While authorities are still unclear as to what caused the crash of the Airbus 321 jet two weeks ago, Russia and the United Kingdom have restricted air travel to Sharm el-Sheikh out of an abundance of caution.
But the resort area relies heavily on those tourists, with approximately 80,000 people working in the region’s hospitality industry. As the investigation stretches into its third week, the local economy is beginning to feel the impact.
"I have been told not to come from tomorrow," one luxury hotel employee named Ahmed told Agence France-Presse. "I’ll be called if the situation improves. Nothing is clear."
At Ahmed’s hotel, he says he is one of six who have been given similar instructions, and AFP noted at least four hotels in the Red Sea resort town asking employees to take leave.
"On a normal basis we would be 90% full right now, everyone would be working and everyone would be happy," Amr Darwish, an owner of the Terrazzina beach club, told the BBC.
According to the South Sinai chamber of tourism, roughly 40,000 people could lose their jobs within the coming months if the situation continues, and the flight embargoes are costing Egypt approximately $280 million a month.
The lull also affects a number of foreigners who work in the Sharm tourism sector.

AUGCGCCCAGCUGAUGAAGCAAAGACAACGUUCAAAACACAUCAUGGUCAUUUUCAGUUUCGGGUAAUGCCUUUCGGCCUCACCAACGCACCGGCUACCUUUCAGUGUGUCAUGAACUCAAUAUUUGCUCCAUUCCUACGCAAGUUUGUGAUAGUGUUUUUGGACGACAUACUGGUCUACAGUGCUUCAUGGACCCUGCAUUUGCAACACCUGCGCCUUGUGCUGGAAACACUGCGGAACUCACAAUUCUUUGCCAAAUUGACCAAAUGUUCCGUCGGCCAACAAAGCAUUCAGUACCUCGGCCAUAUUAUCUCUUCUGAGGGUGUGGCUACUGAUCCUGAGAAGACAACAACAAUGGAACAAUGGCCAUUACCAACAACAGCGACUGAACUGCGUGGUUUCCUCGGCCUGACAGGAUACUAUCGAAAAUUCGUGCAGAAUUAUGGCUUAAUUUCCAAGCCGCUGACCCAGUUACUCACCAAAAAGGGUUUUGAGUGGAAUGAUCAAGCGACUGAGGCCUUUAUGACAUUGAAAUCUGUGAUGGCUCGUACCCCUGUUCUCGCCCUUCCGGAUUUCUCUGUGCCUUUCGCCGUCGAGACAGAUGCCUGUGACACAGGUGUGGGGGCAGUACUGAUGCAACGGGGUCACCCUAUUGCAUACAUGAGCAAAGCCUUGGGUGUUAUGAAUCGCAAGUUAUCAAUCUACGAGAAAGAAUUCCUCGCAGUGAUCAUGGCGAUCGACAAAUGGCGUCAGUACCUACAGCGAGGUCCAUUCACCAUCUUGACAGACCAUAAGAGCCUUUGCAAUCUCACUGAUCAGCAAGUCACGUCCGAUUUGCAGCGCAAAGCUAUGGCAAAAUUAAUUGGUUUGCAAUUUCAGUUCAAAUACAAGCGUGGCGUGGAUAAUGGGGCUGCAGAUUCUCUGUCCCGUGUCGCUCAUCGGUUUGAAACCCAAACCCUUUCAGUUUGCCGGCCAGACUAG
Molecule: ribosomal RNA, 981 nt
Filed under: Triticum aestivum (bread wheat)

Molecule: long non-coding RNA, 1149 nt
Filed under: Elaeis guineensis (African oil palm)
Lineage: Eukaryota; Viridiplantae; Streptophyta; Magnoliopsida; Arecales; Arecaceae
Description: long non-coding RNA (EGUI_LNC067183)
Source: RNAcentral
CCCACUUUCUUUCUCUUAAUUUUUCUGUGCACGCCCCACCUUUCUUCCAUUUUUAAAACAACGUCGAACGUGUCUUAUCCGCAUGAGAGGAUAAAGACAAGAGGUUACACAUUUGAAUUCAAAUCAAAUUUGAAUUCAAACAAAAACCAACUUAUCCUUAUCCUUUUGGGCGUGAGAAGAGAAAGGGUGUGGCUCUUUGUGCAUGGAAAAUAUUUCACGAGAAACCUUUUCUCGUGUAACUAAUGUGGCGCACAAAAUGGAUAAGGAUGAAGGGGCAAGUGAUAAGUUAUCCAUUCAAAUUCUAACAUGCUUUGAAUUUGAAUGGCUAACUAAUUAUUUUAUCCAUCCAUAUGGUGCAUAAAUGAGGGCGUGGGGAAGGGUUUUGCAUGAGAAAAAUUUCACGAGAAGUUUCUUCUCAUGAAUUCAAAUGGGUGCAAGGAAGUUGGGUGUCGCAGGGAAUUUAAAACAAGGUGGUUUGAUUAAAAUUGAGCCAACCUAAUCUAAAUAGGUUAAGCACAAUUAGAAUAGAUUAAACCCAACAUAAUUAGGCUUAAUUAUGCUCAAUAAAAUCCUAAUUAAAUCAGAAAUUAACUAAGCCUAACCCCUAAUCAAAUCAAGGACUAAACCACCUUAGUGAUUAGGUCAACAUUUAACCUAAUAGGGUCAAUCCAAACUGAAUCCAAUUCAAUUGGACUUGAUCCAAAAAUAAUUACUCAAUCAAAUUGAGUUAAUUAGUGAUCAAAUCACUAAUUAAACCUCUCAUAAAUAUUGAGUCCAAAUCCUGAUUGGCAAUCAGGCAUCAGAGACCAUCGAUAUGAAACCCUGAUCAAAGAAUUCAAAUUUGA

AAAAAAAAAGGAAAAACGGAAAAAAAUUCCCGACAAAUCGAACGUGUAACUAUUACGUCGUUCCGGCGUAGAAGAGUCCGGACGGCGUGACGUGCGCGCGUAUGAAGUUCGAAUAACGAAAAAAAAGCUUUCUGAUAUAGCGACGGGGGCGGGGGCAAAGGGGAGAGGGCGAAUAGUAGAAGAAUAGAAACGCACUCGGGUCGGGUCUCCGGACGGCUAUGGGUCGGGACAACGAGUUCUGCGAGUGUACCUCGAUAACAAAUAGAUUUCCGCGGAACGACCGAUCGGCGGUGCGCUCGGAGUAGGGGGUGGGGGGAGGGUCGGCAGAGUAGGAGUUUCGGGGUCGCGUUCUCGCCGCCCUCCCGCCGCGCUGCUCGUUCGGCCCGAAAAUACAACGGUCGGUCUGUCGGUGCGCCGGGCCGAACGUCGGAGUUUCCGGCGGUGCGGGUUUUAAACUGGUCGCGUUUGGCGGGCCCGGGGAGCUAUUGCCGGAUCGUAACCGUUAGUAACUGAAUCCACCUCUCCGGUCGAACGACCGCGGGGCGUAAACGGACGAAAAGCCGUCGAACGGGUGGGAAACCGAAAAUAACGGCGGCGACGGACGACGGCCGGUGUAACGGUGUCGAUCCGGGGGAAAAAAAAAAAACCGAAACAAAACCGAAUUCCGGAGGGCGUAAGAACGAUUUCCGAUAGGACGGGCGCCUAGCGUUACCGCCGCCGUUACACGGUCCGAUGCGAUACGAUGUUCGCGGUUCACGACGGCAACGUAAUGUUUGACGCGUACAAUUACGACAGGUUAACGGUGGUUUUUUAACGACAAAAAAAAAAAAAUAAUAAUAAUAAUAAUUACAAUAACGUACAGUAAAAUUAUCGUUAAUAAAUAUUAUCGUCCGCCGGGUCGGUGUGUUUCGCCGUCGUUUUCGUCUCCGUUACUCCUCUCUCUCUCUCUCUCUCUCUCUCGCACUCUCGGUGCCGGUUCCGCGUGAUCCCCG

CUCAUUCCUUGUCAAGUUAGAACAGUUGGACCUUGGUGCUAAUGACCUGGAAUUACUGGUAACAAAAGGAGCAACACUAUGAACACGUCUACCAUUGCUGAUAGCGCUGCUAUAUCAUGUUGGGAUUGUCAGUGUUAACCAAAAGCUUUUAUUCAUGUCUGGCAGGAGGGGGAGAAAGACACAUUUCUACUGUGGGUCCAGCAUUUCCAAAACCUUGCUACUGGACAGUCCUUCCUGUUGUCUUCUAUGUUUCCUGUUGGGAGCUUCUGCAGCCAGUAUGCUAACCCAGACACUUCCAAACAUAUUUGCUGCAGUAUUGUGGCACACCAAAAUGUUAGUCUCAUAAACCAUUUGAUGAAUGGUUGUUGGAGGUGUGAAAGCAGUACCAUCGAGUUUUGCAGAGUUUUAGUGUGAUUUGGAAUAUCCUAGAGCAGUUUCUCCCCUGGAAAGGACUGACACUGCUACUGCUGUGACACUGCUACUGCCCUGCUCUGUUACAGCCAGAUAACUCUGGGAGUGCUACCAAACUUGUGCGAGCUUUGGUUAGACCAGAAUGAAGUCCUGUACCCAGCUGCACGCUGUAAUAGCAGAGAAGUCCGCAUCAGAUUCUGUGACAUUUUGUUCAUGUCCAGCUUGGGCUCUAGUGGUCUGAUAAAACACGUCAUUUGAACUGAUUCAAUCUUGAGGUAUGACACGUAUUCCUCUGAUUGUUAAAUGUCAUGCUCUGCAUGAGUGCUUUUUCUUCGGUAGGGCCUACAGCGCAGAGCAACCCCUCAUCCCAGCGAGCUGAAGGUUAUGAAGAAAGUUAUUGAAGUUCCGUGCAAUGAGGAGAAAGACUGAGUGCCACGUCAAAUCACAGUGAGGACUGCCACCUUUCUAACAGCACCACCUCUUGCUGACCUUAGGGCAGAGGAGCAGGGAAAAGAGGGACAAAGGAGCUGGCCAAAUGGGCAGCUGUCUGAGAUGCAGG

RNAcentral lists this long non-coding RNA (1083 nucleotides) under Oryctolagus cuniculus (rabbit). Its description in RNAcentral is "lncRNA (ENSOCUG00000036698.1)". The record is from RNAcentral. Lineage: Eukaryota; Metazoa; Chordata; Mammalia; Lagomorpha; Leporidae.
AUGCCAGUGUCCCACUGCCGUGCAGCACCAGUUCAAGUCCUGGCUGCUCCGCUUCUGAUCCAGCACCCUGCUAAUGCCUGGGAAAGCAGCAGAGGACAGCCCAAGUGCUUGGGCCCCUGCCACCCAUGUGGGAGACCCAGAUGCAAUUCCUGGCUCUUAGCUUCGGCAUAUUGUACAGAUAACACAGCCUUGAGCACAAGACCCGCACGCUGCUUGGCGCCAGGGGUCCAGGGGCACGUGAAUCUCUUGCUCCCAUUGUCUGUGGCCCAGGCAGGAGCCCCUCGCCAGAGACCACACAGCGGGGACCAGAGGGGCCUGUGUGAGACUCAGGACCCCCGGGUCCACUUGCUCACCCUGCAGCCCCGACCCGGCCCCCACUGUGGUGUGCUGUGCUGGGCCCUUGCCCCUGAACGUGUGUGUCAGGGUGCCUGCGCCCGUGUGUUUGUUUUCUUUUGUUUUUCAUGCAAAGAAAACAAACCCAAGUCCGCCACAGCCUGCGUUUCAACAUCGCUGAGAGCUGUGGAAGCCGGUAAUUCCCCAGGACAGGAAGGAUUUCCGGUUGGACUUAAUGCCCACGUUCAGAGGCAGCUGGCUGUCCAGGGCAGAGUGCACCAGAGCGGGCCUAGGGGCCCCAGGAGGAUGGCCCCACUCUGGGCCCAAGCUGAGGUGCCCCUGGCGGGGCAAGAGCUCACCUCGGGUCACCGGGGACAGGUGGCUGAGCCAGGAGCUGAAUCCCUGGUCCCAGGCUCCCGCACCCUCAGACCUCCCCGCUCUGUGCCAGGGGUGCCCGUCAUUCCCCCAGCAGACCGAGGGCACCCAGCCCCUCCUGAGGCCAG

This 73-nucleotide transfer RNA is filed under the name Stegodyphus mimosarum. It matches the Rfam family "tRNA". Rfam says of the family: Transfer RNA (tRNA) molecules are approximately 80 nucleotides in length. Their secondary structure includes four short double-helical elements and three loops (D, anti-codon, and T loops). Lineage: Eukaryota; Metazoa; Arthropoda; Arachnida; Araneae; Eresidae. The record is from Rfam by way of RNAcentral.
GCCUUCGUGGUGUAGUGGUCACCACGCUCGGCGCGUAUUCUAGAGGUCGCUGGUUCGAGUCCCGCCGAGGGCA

"Two days back I lost my job," Oxana, a Russian who worked for an Egyptian perfume company, told AFP. "Sixteen of our 20-member sales team have been told to go."
The Egyptian resort business has seen its share of ups and downs in recent years. Political instability following the ousting of former President Hosni Mubarak and increased militant activity have discouraged some from visiting the Egyptian coastline. But nothing shook the industry as much as the crash of Metrojet Flight 9268 on October 30, which killed all 224 people on board.
"This couldn’t have come at a worse time," Angus Blair, of the economic think tank the Signet Institute, told BBC. "Egypt needs this [resort] economically in terms of employment and foreign exchange revenues."
Still, some hotels are taking the opportunity to revamp their accoutrements.
"This is a blessing in disguise," a general manager of a luxury hotel chain told AFP. "We plan to close two wings of our hotel for renovation, so that when the situation changes, we are ready."
The Egyptian government is currently conducting an international probe into the crash, leading a committee which includes Russia and France. While the US and UK made premature statements about the possibility of a bomb being planted on board the A321, Egypt was quick to urge caution about jumping to conclusions.
"We do not want to rush the investigation of the Russian plane [crash]," Egyptian President Abdel Fattah Sisi said in a statement. "Egypt will hide nothing, because these are human victims and we value them."
Investigators are currently analyzing the final seconds of the aircraft’s black box recording, and authorities have indicated that concrete results may not be known for months.
"The beach is empty," Sharm tourist Richard Bourne tells BBC. "It was full until a few days ago but the Russians have all gone. I feel so sorry for the people."